Stung by a punishing decline in house prices or high consumer debt, are increasingly unable to pay off their mortgages and are heading into their retirement years with substantial amounts outstanding.
More Americans are heading into their retirement years with outstanding mortgage payments – and the amounts of those payments are on the rise.
Christopher Mayer, a Columbia Business School professor of real estate, finance and economics, says that inflation-adjusted mortgage debt for homeowners ages 60 to 65 have more than tripled, from less than $30,000 to about $100,000, between 1992 and 2010.
“When we updated our data through 2013, the higher amounts remained steady,” Mayer told the San Antonio Express-News. “The share of homeowners in this age group who do not have a mortgage has fallen to about 45 percent. That compares to 55 percent a decade ago. These are tough numbers for retirees to overcome.”
Hit by unexpected expenses, layoffs, credit card bills or college loans, these baby boomers are being forced to work longer, downsize or rely on borrowing to meet their monthly payments.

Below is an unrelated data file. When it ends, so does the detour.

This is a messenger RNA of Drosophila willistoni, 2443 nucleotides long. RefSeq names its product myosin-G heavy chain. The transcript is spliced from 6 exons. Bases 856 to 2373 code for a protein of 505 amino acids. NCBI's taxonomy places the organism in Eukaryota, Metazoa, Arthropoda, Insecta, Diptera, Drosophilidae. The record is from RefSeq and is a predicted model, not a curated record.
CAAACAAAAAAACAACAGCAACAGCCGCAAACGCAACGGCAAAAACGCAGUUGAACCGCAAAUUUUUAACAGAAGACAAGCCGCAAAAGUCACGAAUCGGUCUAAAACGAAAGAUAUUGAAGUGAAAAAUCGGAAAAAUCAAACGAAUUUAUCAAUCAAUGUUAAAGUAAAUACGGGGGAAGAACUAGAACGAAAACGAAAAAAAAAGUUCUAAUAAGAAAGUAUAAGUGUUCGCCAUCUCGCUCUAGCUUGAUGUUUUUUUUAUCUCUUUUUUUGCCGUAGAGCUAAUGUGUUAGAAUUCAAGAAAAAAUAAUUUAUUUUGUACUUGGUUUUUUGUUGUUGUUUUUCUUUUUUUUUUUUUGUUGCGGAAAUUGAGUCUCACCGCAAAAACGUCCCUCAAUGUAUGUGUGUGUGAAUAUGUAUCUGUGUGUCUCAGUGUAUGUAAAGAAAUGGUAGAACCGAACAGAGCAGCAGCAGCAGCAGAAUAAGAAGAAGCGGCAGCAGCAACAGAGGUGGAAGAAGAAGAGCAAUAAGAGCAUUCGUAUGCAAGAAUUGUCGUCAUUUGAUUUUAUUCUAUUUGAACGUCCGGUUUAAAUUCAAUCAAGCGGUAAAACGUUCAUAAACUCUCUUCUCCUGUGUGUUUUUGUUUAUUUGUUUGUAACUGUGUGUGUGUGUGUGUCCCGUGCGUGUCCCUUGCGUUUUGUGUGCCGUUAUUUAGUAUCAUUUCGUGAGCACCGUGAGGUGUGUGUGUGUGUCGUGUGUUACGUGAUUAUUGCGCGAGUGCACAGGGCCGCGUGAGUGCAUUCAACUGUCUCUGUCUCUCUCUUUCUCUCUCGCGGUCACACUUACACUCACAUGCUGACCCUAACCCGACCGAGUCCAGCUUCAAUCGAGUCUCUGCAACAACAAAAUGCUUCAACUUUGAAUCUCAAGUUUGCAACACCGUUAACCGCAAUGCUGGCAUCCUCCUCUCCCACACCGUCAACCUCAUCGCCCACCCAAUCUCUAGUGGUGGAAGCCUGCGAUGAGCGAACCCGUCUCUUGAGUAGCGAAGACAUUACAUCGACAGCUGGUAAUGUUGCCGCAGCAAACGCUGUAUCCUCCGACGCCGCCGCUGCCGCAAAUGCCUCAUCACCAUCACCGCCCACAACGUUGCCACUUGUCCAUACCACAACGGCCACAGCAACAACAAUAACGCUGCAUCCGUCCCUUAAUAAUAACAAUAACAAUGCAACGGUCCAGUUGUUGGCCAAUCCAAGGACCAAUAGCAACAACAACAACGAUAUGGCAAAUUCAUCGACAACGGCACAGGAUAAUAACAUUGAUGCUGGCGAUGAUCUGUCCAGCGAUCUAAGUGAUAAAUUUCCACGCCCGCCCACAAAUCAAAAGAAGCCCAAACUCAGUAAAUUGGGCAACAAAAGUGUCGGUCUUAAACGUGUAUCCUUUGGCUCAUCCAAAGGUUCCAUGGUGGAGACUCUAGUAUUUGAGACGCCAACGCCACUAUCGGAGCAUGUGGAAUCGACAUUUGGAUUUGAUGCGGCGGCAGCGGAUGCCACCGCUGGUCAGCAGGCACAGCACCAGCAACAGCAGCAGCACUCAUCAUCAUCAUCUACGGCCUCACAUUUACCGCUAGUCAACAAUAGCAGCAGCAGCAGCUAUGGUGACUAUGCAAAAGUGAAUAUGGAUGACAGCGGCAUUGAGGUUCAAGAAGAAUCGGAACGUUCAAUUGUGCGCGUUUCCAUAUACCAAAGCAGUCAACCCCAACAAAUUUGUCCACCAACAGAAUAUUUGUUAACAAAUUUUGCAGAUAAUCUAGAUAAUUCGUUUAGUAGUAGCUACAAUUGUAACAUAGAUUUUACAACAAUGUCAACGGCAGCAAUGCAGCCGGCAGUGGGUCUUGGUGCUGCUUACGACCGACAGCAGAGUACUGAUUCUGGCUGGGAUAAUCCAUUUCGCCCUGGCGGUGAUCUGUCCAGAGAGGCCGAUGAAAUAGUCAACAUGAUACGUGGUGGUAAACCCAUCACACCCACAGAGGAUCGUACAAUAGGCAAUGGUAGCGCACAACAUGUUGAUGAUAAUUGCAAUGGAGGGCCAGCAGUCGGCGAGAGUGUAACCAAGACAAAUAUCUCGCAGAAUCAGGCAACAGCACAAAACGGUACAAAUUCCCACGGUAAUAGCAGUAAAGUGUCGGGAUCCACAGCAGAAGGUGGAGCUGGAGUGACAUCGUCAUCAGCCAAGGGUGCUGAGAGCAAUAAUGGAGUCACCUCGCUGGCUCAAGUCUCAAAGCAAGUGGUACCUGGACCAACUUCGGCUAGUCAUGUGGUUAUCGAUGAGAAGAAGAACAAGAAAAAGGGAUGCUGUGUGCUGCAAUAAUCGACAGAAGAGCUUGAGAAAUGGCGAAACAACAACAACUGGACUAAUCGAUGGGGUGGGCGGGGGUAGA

According to the most recent data from the Consumer Financial Protection Bureau, three times as many older homeowners were leaving the workplace still owing a monthly mortgage in 2011 compared to 2001. And in 2011, 6.1 million homeowners 65 and older were paying monthly mortgages, up from 3.8 million in the same age group during the same period.
According to a survey conducted by Harris Poll on behalf of the Million Dollar Round Table, 66 per cent of Baby Boomers have financial concerns, which makes the financial advisor role of a mortgage expert all that more important, says James Pittman of the MDRT.
“It’s never too late to make resolutions and one area not to overlook is a person’s financial wellness,” Pittman told MPA. “The findings in this survey reinforce the need for people to speak to a financial advisor and develop a tailored plan to accomplish their short and long-term financial goals.”
An examination of nationwide loan data as of 2011 in the report, “Nightmare on Main Street: Older Americans and the Mortgage Market Crisis,” found that more than 3 million Americans were at risk of losing their homes, with delinquent payments and foreclosures increasingly common.
“People have 100 per cent of the ability to tackle their debt with the help of a financial advisor,” says MDRT’s Second Vice President, Mark Hanna. “Developing a budget and avoiding the use of consumer credit cards to pay for daily expenses will keep most people out of financial stress.”